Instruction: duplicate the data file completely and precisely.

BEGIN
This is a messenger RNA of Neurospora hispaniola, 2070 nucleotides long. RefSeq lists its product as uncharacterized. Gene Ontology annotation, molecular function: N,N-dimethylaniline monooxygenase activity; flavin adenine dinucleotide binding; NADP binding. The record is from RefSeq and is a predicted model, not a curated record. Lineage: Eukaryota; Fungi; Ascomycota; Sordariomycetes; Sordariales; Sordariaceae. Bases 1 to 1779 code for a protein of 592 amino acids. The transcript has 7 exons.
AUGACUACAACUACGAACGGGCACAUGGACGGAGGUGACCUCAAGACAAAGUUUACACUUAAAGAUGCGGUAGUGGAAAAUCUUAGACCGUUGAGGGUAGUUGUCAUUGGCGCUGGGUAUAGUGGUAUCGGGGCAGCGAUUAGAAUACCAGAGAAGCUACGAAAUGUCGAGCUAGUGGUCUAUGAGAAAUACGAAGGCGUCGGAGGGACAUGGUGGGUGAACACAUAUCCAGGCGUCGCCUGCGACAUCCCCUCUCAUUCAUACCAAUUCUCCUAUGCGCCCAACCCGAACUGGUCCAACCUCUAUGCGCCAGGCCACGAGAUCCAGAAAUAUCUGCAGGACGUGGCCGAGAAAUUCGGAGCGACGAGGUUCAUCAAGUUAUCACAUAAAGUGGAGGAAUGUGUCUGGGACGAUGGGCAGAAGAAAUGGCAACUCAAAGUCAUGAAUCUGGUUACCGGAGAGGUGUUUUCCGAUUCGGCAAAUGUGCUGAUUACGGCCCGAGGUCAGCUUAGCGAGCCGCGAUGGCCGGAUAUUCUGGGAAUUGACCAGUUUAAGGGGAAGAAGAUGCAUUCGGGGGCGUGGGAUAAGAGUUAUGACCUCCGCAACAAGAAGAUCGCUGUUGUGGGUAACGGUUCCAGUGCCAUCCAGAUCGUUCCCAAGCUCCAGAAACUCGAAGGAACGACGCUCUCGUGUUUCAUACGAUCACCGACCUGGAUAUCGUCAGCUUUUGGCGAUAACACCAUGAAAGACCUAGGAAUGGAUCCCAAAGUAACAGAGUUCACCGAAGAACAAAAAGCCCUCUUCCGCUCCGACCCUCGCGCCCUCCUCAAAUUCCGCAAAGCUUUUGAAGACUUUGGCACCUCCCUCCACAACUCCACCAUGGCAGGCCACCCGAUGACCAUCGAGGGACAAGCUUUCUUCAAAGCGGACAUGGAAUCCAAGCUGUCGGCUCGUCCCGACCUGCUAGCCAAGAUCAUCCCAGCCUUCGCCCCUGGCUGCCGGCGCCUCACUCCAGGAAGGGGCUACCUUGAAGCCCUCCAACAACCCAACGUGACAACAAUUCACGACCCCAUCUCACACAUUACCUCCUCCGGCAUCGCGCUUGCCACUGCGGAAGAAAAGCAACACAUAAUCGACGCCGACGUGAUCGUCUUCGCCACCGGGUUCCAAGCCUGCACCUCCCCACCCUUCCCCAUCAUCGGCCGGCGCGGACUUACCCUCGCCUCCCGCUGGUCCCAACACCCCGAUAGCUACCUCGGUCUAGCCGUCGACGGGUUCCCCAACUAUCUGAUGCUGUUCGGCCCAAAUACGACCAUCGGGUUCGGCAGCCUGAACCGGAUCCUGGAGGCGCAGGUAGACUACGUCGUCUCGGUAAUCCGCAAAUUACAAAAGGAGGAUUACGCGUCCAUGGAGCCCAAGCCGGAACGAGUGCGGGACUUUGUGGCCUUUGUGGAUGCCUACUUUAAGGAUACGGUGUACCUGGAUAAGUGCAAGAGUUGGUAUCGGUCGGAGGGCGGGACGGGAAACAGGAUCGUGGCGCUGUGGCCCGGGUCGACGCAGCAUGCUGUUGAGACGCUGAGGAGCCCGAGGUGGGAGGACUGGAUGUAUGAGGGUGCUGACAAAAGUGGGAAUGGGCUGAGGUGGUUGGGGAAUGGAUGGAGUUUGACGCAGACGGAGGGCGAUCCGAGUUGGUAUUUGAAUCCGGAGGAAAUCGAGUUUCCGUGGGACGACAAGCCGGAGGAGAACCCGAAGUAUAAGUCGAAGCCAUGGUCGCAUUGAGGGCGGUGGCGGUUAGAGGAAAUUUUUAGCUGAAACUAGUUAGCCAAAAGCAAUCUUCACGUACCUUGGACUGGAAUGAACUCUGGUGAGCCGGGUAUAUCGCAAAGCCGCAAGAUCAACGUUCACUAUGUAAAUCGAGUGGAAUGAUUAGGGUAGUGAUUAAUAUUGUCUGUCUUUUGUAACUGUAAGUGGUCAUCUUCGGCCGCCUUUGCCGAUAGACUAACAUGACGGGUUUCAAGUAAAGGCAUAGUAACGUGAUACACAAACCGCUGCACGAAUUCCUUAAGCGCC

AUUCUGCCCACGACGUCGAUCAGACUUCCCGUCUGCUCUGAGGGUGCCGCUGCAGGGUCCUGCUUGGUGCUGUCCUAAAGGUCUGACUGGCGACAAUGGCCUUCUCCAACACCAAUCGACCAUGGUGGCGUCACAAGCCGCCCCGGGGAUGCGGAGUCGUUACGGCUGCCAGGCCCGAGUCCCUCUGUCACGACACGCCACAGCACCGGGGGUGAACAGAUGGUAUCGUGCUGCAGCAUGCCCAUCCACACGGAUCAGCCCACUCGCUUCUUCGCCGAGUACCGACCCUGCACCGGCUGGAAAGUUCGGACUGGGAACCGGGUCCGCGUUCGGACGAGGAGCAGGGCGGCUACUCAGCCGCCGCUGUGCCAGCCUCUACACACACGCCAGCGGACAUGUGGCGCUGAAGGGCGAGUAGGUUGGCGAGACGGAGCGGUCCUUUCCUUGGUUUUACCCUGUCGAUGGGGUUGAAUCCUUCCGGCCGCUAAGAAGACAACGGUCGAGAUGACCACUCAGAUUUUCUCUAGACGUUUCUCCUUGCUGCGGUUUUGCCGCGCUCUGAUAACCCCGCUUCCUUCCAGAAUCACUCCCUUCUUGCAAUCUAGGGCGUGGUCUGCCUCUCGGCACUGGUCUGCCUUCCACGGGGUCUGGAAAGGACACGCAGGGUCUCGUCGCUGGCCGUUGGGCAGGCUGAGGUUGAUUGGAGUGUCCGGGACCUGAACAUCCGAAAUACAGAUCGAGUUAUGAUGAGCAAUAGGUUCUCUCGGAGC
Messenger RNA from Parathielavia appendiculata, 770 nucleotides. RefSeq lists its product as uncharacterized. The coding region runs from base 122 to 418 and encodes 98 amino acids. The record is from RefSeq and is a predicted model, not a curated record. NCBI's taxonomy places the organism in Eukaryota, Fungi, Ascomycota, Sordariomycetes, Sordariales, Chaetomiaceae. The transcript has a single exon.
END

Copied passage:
This is a messenger RNA of Neurospora hispaniola, 2070 nucleotides long. RefSeq lists its product as uncharacterized. Gene Ontology annotation, molecular function: N,N-dimethylaniline monooxygenase activity; flavin adenine dinucleotide binding; NADP binding. The record is from RefSeq and is a predicted model, not a curated record. Lineage: Eukaryota; Fungi; Ascomycota; Sordariomycetes; Sordariales; Sordariaceae. Bases 1 to 1779 code for a protein of 592 amino acids. The transcript has 7 exons.
AUGACUACAACUACGAACGGGCACAUGGACGGAGGUGACCUCAAGACAAAGUUUACACUUAAAGAUGCGGUAGUGGAAAAUCUUAGACCGUUGAGGGUAGUUGUCAUUGGCGCUGGGUAUAGUGGUAUCGGGGCAGCGAUUAGAAUACCAGAGAAGCUACGAAAUGUCGAGCUAGUGGUCUAUGAGAAAUACGAAGGCGUCGGAGGGACAUGGUGGGUGAACACAUAUCCAGGCGUCGCCUGCGACAUCCCCUCUCAUUCAUACCAAUUCUCCUAUGCGCCCAACCCGAACUGGUCCAACCUCUAUGCGCCAGGCCACGAGAUCCAGAAAUAUCUGCAGGACGUGGCCGAGAAAUUCGGAGCGACGAGGUUCAUCAAGUUAUCACAUAAAGUGGAGGAAUGUGUCUGGGACGAUGGGCAGAAGAAAUGGCAACUCAAAGUCAUGAAUCUGGUUACCGGAGAGGUGUUUUCCGAUUCGGCAAAUGUGCUGAUUACGGCCCGAGGUCAGCUUAGCGAGCCGCGAUGGCCGGAUAUUCUGGGAAUUGACCAGUUUAAGGGGAAGAAGAUGCAUUCGGGGGCGUGGGAUAAGAGUUAUGACCUCCGCAACAAGAAGAUCGCUGUUGUGGGUAACGGUUCCAGUGCCAUCCAGAUCGUUCCCAAGCUCCAGAAACUCGAAGGAACGACGCUCUCGUGUUUCAUACGAUCACCGACCUGGAUAUCGUCAGCUUUUGGCGAUAACACCAUGAAAGACCUAGGAAUGGAUCCCAAAGUAACAGAGUUCACCGAAGAACAAAAAGCCCUCUUCCGCUCCGACCCUCGCGCCCUCCUCAAAUUCCGCAAAGCUUUUGAAGACUUUGGCACCUCCCUCCACAACUCCACCAUGGCAGGCCACCCGAUGACCAUCGAGGGACAAGCUUUCUUCAAAGCGGACAUGGAAUCCAAGCUGUCGGCUCGUCCCGACCUGCUAGCCAAGAUCAUCCCAGCCUUCGCCCCUGGCUGCCGGCGCCUCACUCCAGGAAGGGGCUACCUUGAAGCCCUCCAACAACCCAACGUGACAACAAUUCACGACCCCAUCUCACACAUUACCUCCUCCGGCAUCGCGCUUGCCACUGCGGAAGAAAAGCAACACAUAAUCGACGCCGACGUGAUCGUCUUCGCCACCGGGUUCCAAGCCUGCACCUCCCCACCCUUCCCCAUCAUCGGCCGGCGCGGACUUACCCUCGCCUCCCGCUGGUCCCAACACCCCGAUAGCUACCUCGGUCUAGCCGUCGACGGGUUCCCCAACUAUCUGAUGCUGUUCGGCCCAAAUACGACCAUCGGGUUCGGCAGCCUGAACCGGAUCCUGGAGGCGCAGGUAGACUACGUCGUCUCGGUAAUCCGCAAAUUACAAAAGGAGGAUUACGCGUCCAUGGAGCCCAAGCCGGAACGAGUGCGGGACUUUGUGGCCUUUGUGGAUGCCUACUUUAAGGAUACGGUGUACCUGGAUAAGUGCAAGAGUUGGUAUCGGUCGGAGGGCGGGACGGGAAACAGGAUCGUGGCGCUGUGGCCCGGGUCGACGCAGCAUGCUGUUGAGACGCUGAGGAGCCCGAGGUGGGAGGACUGGAUGUAUGAGGGUGCUGACAAAAGUGGGAAUGGGCUGAGGUGGUUGGGGAAUGGAUGGAGUUUGACGCAGACGGAGGGCGAUCCGAGUUGGUAUUUGAAUCCGGAGGAAAUCGAGUUUCCGUGGGACGACAAGCCGGAGGAGAACCCGAAGUAUAAGUCGAAGCCAUGGUCGCAUUGAGGGCGGUGGCGGUUAGAGGAAAUUUUUAGCUGAAACUAGUUAGCCAAAAGCAAUCUUCACGUACCUUGGACUGGAAUGAACUCUGGUGAGCCGGGUAUAUCGCAAAGCCGCAAGAUCAACGUUCACUAUGUAAAUCGAGUGGAAUGAUUAGGGUAGUGAUUAAUAUUGUCUGUCUUUUGUAACUGUAAGUGGUCAUCUUCGGCCGCCUUUGCCGAUAGACUAACAUGACGGGUUUCAAGUAAAGGCAUAGUAACGUGAUACACAAACCGCUGCACGAAUUCCUUAAGCGCC

AUUCUGCCCACGACGUCGAUCAGACUUCCCGUCUGCUCUGAGGGUGCCGCUGCAGGGUCCUGCUUGGUGCUGUCCUAAAGGUCUGACUGGCGACAAUGGCCUUCUCCAACACCAAUCGACCAUGGUGGCGUCACAAGCCGCCCCGGGGAUGCGGAGUCGUUACGGCUGCCAGGCCCGAGUCCCUCUGUCACGACACGCCACAGCACCGGGGGUGAACAGAUGGUAUCGUGCUGCAGCAUGCCCAUCCACACGGAUCAGCCCACUCGCUUCUUCGCCGAGUACCGACCCUGCACCGGCUGGAAAGUUCGGACUGGGAACCGGGUCCGCGUUCGGACGAGGAGCAGGGCGGCUACUCAGCCGCCGCUGUGCCAGCCUCUACACACACGCCAGCGGACAUGUGGCGCUGAAGGGCGAGUAGGUUGGCGAGACGGAGCGGUCCUUUCCUUGGUUUUACCCUGUCGAUGGGGUUGAAUCCUUCCGGCCGCUAAGAAGACAACGGUCGAGAUGACCACUCAGAUUUUCUCUAGACGUUUCUCCUUGCUGCGGUUUUGCCGCGCUCUGAUAACCCCGCUUCCUUCCAGAAUCACUCCCUUCUUGCAAUCUAGGGCGUGGUCUGCCUCUCGGCACUGGUCUGCCUUCCACGGGGUCUGGAAAGGACACGCAGGGUCUCGUCGCUGGCCGUUGGGCAGGCUGAGGUUGAUUGGAGUGUCCGGGACCUGAACAUCCGAAAUACAGAUCGAGUUAUGAUGAGCAAUAGGUUCUCUCGGAGC
Messenger RNA from Parathielavia appendiculata, 770 nucleotides. RefSeq lists its product as uncharacterized. The coding region runs from base 122 to 418 and encodes 98 amino acids. The record is from RefSeq and is a predicted model, not a curated record. NCBI's taxonomy places the organism in Eukaryota, Fungi, Ascomycota, Sordariomycetes, Sordariales, Chaetomiaceae. The transcript has a single exon.